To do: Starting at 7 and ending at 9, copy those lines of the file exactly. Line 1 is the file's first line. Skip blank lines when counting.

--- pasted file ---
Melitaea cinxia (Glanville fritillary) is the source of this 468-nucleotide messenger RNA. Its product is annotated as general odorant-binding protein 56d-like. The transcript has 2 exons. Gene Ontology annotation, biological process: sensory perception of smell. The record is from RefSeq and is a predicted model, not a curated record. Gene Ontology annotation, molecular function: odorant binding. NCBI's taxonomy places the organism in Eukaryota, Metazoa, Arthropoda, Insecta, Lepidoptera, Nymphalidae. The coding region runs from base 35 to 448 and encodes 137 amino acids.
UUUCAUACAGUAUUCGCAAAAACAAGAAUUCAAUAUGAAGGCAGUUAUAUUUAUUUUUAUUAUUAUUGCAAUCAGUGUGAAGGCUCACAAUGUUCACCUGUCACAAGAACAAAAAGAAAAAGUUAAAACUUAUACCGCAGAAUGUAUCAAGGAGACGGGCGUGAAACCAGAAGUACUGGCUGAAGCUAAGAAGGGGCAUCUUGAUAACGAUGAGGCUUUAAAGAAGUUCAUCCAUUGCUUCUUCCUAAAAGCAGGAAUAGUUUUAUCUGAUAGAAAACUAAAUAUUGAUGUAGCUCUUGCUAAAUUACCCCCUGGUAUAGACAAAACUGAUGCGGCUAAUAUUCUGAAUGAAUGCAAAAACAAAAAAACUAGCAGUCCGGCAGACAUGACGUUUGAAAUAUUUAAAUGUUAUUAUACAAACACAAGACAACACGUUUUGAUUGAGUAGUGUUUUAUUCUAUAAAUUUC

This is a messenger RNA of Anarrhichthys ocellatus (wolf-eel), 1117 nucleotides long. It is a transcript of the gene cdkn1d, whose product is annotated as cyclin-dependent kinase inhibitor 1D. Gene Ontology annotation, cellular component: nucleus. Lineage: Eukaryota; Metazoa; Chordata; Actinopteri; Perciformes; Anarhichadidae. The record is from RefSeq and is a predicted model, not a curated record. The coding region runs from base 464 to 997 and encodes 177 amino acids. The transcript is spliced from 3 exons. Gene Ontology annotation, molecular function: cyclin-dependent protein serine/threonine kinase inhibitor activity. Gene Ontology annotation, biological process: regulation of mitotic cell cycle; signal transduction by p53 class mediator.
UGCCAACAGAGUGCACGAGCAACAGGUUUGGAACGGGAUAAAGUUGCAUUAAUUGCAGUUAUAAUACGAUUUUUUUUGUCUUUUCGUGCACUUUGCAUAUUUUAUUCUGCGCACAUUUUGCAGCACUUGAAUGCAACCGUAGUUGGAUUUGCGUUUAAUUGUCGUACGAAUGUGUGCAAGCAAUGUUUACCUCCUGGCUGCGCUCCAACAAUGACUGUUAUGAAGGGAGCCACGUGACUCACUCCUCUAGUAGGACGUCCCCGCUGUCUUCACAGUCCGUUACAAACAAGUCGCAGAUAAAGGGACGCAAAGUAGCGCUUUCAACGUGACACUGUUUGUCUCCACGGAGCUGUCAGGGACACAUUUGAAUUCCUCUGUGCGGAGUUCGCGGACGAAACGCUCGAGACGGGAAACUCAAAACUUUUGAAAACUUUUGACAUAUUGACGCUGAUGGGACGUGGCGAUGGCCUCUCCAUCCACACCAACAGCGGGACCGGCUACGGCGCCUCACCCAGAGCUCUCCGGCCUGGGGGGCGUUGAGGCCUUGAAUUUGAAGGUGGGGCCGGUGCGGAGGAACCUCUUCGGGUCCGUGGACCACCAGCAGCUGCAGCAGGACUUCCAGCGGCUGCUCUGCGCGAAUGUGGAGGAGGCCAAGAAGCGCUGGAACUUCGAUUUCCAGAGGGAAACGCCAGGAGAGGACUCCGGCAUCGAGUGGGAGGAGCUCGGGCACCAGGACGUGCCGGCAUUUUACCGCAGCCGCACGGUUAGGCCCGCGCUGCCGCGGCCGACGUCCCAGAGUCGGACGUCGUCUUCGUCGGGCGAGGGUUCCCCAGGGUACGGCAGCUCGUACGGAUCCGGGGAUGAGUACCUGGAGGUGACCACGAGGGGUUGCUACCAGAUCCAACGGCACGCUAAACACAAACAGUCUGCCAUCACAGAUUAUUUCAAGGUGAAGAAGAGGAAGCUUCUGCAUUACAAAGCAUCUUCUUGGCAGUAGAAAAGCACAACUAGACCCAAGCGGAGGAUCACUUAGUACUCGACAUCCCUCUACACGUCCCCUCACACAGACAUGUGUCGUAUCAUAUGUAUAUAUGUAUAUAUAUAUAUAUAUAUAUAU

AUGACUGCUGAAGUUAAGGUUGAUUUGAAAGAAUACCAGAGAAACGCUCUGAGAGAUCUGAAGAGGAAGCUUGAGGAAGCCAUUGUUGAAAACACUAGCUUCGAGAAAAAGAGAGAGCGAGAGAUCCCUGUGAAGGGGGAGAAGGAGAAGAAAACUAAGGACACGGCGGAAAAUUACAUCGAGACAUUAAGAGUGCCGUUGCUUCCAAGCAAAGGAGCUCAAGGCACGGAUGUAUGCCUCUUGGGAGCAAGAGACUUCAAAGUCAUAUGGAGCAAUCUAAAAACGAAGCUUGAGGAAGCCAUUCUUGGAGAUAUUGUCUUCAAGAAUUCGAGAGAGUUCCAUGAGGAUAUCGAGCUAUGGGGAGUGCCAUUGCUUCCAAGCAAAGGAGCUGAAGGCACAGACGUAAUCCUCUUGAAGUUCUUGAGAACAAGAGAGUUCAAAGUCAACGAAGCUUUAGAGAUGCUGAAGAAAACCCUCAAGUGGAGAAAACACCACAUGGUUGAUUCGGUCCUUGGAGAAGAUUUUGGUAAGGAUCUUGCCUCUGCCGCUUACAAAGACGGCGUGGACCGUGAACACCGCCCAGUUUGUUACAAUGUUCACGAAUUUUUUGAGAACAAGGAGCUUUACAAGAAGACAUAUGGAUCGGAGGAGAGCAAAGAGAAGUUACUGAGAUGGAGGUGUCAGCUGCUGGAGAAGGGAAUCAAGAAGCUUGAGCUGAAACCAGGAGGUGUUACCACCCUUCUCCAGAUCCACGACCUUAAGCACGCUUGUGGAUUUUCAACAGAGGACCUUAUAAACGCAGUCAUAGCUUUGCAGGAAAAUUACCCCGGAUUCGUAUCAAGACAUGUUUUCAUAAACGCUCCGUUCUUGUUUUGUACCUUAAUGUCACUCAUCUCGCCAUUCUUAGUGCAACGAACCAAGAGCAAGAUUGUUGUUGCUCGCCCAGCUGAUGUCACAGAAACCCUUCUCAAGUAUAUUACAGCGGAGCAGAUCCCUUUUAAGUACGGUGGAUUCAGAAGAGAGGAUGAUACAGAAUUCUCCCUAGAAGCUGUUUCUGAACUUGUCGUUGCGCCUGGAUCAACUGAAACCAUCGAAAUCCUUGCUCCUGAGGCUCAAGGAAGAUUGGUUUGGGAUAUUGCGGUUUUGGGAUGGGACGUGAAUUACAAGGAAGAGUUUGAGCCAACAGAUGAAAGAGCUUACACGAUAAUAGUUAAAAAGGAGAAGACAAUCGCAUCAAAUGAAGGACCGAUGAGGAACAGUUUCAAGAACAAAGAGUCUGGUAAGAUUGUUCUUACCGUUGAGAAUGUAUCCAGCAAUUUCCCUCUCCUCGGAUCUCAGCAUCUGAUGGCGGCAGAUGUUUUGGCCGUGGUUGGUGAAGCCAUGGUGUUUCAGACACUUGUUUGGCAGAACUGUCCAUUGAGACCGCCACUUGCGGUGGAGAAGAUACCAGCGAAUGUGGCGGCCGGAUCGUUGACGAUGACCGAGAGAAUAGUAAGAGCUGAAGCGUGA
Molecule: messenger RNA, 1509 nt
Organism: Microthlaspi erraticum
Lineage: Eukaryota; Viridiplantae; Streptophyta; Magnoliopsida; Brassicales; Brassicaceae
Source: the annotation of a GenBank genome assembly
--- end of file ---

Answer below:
Organism: Microthlaspi erraticum
Lineage: Eukaryota; Viridiplantae; Streptophyta; Magnoliopsida; Brassicales; Brassicaceae
Source: the annotation of a GenBank genome assembly